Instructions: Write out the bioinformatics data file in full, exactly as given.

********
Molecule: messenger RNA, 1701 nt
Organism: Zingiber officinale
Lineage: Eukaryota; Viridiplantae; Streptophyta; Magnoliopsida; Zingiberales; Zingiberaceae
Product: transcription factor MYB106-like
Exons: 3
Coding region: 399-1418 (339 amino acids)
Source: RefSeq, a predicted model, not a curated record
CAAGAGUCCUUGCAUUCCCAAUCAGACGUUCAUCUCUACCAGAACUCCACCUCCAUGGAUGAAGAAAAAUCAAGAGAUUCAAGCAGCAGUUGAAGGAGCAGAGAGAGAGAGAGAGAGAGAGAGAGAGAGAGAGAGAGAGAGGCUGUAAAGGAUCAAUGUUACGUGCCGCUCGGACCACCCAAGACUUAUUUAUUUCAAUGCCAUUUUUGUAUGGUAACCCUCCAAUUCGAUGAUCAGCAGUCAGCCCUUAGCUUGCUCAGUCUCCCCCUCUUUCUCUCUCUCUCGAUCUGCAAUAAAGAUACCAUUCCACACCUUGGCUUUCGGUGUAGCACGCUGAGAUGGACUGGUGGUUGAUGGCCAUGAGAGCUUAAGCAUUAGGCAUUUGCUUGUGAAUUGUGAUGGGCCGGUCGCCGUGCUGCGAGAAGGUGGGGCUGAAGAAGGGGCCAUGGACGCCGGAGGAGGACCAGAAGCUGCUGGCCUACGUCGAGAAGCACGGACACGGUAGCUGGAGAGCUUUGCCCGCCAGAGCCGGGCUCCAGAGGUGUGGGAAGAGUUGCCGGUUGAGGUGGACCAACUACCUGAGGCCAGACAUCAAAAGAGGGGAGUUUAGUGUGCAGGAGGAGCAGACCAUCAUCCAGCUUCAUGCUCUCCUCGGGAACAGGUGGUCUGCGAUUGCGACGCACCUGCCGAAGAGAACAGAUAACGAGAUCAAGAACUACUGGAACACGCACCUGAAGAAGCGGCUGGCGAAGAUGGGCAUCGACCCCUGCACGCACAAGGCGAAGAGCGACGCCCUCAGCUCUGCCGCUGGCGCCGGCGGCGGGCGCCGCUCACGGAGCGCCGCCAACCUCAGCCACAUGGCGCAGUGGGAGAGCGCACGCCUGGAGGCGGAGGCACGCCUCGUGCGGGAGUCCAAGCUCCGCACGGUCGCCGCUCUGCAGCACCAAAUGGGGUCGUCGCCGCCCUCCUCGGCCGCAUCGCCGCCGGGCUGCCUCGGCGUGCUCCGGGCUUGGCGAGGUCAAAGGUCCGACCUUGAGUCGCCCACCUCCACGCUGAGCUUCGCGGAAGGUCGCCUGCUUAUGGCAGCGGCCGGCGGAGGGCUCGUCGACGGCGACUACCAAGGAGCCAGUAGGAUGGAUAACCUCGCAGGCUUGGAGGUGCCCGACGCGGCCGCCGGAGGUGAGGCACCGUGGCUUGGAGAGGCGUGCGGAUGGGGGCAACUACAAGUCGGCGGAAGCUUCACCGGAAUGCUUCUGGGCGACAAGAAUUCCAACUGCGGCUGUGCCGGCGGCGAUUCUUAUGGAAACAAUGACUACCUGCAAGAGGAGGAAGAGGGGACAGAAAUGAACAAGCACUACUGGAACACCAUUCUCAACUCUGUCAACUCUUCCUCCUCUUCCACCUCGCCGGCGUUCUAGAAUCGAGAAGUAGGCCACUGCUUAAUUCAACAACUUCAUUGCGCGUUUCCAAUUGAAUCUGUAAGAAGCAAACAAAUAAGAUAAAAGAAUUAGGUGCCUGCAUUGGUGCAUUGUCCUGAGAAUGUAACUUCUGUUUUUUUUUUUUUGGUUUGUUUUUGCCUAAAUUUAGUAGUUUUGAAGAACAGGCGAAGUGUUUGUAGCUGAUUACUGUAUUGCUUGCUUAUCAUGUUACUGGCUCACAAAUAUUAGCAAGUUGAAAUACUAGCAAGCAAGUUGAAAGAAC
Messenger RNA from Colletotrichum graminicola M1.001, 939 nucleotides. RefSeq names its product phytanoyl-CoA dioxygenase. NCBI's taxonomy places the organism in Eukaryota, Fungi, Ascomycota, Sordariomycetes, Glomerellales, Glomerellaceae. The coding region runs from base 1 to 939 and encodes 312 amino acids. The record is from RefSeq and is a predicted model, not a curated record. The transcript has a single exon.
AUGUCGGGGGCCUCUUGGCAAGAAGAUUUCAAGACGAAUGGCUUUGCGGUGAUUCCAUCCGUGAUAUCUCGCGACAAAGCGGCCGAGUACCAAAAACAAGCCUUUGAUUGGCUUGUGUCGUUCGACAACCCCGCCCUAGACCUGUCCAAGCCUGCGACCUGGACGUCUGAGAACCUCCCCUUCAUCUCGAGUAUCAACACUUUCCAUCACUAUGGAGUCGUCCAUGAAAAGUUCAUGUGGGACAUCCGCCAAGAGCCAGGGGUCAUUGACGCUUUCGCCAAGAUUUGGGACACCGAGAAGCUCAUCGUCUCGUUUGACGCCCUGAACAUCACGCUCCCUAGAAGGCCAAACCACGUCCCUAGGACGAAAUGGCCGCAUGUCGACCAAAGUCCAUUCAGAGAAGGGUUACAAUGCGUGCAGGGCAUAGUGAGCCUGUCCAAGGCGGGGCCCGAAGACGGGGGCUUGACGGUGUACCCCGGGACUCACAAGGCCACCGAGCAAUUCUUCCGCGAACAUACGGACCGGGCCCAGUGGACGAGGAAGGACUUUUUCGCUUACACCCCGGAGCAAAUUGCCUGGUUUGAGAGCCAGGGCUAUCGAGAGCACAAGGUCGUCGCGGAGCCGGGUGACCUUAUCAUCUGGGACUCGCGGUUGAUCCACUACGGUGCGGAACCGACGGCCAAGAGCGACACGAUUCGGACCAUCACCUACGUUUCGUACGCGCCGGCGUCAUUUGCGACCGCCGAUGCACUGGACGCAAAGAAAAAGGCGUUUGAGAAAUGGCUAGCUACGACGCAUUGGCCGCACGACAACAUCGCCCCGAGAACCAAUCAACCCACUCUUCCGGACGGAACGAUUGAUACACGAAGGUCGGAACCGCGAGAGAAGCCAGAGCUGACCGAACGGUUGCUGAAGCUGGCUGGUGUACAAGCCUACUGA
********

Molecule: messenger RNA, 1701 nt
Organism: Zingiber officinale
Lineage: Eukaryota; Viridiplantae; Streptophyta; Magnoliopsida; Zingiberales; Zingiberaceae
Product: transcription factor MYB106-like
Exons: 3
Coding region: 399-1418 (339 amino acids)
Source: RefSeq, a predicted model, not a curated record
CAAGAGUCCUUGCAUUCCCAAUCAGACGUUCAUCUCUACCAGAACUCCACCUCCAUGGAUGAAGAAAAAUCAAGAGAUUCAAGCAGCAGUUGAAGGAGCAGAGAGAGAGAGAGAGAGAGAGAGAGAGAGAGAGAGAGAGAGGCUGUAAAGGAUCAAUGUUACGUGCCGCUCGGACCACCCAAGACUUAUUUAUUUCAAUGCCAUUUUUGUAUGGUAACCCUCCAAUUCGAUGAUCAGCAGUCAGCCCUUAGCUUGCUCAGUCUCCCCCUCUUUCUCUCUCUCUCGAUCUGCAAUAAAGAUACCAUUCCACACCUUGGCUUUCGGUGUAGCACGCUGAGAUGGACUGGUGGUUGAUGGCCAUGAGAGCUUAAGCAUUAGGCAUUUGCUUGUGAAUUGUGAUGGGCCGGUCGCCGUGCUGCGAGAAGGUGGGGCUGAAGAAGGGGCCAUGGACGCCGGAGGAGGACCAGAAGCUGCUGGCCUACGUCGAGAAGCACGGACACGGUAGCUGGAGAGCUUUGCCCGCCAGAGCCGGGCUCCAGAGGUGUGGGAAGAGUUGCCGGUUGAGGUGGACCAACUACCUGAGGCCAGACAUCAAAAGAGGGGAGUUUAGUGUGCAGGAGGAGCAGACCAUCAUCCAGCUUCAUGCUCUCCUCGGGAACAGGUGGUCUGCGAUUGCGACGCACCUGCCGAAGAGAACAGAUAACGAGAUCAAGAACUACUGGAACACGCACCUGAAGAAGCGGCUGGCGAAGAUGGGCAUCGACCCCUGCACGCACAAGGCGAAGAGCGACGCCCUCAGCUCUGCCGCUGGCGCCGGCGGCGGGCGCCGCUCACGGAGCGCCGCCAACCUCAGCCACAUGGCGCAGUGGGAGAGCGCACGCCUGGAGGCGGAGGCACGCCUCGUGCGGGAGUCCAAGCUCCGCACGGUCGCCGCUCUGCAGCACCAAAUGGGGUCGUCGCCGCCCUCCUCGGCCGCAUCGCCGCCGGGCUGCCUCGGCGUGCUCCGGGCUUGGCGAGGUCAAAGGUCCGACCUUGAGUCGCCCACCUCCACGCUGAGCUUCGCGGAAGGUCGCCUGCUUAUGGCAGCGGCCGGCGGAGGGCUCGUCGACGGCGACUACCAAGGAGCCAGUAGGAUGGAUAACCUCGCAGGCUUGGAGGUGCCCGACGCGGCCGCCGGAGGUGAGGCACCGUGGCUUGGAGAGGCGUGCGGAUGGGGGCAACUACAAGUCGGCGGAAGCUUCACCGGAAUGCUUCUGGGCGACAAGAAUUCCAACUGCGGCUGUGCCGGCGGCGAUUCUUAUGGAAACAAUGACUACCUGCAAGAGGAGGAAGAGGGGACAGAAAUGAACAAGCACUACUGGAACACCAUUCUCAACUCUGUCAACUCUUCCUCCUCUUCCACCUCGCCGGCGUUCUAGAAUCGAGAAGUAGGCCACUGCUUAAUUCAACAACUUCAUUGCGCGUUUCCAAUUGAAUCUGUAAGAAGCAAACAAAUAAGAUAAAAGAAUUAGGUGCCUGCAUUGGUGCAUUGUCCUGAGAAUGUAACUUCUGUUUUUUUUUUUUUGGUUUGUUUUUGCCUAAAUUUAGUAGUUUUGAAGAACAGGCGAAGUGUUUGUAGCUGAUUACUGUAUUGCUUGCUUAUCAUGUUACUGGCUCACAAAUAUUAGCAAGUUGAAAUACUAGCAAGCAAGUUGAAAGAAC
Messenger RNA from Colletotrichum graminicola M1.001, 939 nucleotides. RefSeq names its product phytanoyl-CoA dioxygenase. NCBI's taxonomy places the organism in Eukaryota, Fungi, Ascomycota, Sordariomycetes, Glomerellales, Glomerellaceae. The coding region runs from base 1 to 939 and encodes 312 amino acids. The record is from RefSeq and is a predicted model, not a curated record. The transcript has a single exon.
AUGUCGGGGGCCUCUUGGCAAGAAGAUUUCAAGACGAAUGGCUUUGCGGUGAUUCCAUCCGUGAUAUCUCGCGACAAAGCGGCCGAGUACCAAAAACAAGCCUUUGAUUGGCUUGUGUCGUUCGACAACCCCGCCCUAGACCUGUCCAAGCCUGCGACCUGGACGUCUGAGAACCUCCCCUUCAUCUCGAGUAUCAACACUUUCCAUCACUAUGGAGUCGUCCAUGAAAAGUUCAUGUGGGACAUCCGCCAAGAGCCAGGGGUCAUUGACGCUUUCGCCAAGAUUUGGGACACCGAGAAGCUCAUCGUCUCGUUUGACGCCCUGAACAUCACGCUCCCUAGAAGGCCAAACCACGUCCCUAGGACGAAAUGGCCGCAUGUCGACCAAAGUCCAUUCAGAGAAGGGUUACAAUGCGUGCAGGGCAUAGUGAGCCUGUCCAAGGCGGGGCCCGAAGACGGGGGCUUGACGGUGUACCCCGGGACUCACAAGGCCACCGAGCAAUUCUUCCGCGAACAUACGGACCGGGCCCAGUGGACGAGGAAGGACUUUUUCGCUUACACCCCGGAGCAAAUUGCCUGGUUUGAGAGCCAGGGCUAUCGAGAGCACAAGGUCGUCGCGGAGCCGGGUGACCUUAUCAUCUGGGACUCGCGGUUGAUCCACUACGGUGCGGAACCGACGGCCAAGAGCGACACGAUUCGGACCAUCACCUACGUUUCGUACGCGCCGGCGUCAUUUGCGACCGCCGAUGCACUGGACGCAAAGAAAAAGGCGUUUGAGAAAUGGCUAGCUACGACGCAUUGGCCGCACGACAACAUCGCCCCGAGAACCAAUCAACCCACUCUUCCGGACGGAACGAUUGAUACACGAAGGUCGGAACCGCGAGAGAAGCCAGAGCUGACCGAACGGUUGCUGAAGCUGGCUGGUGUACAAGCCUACUGA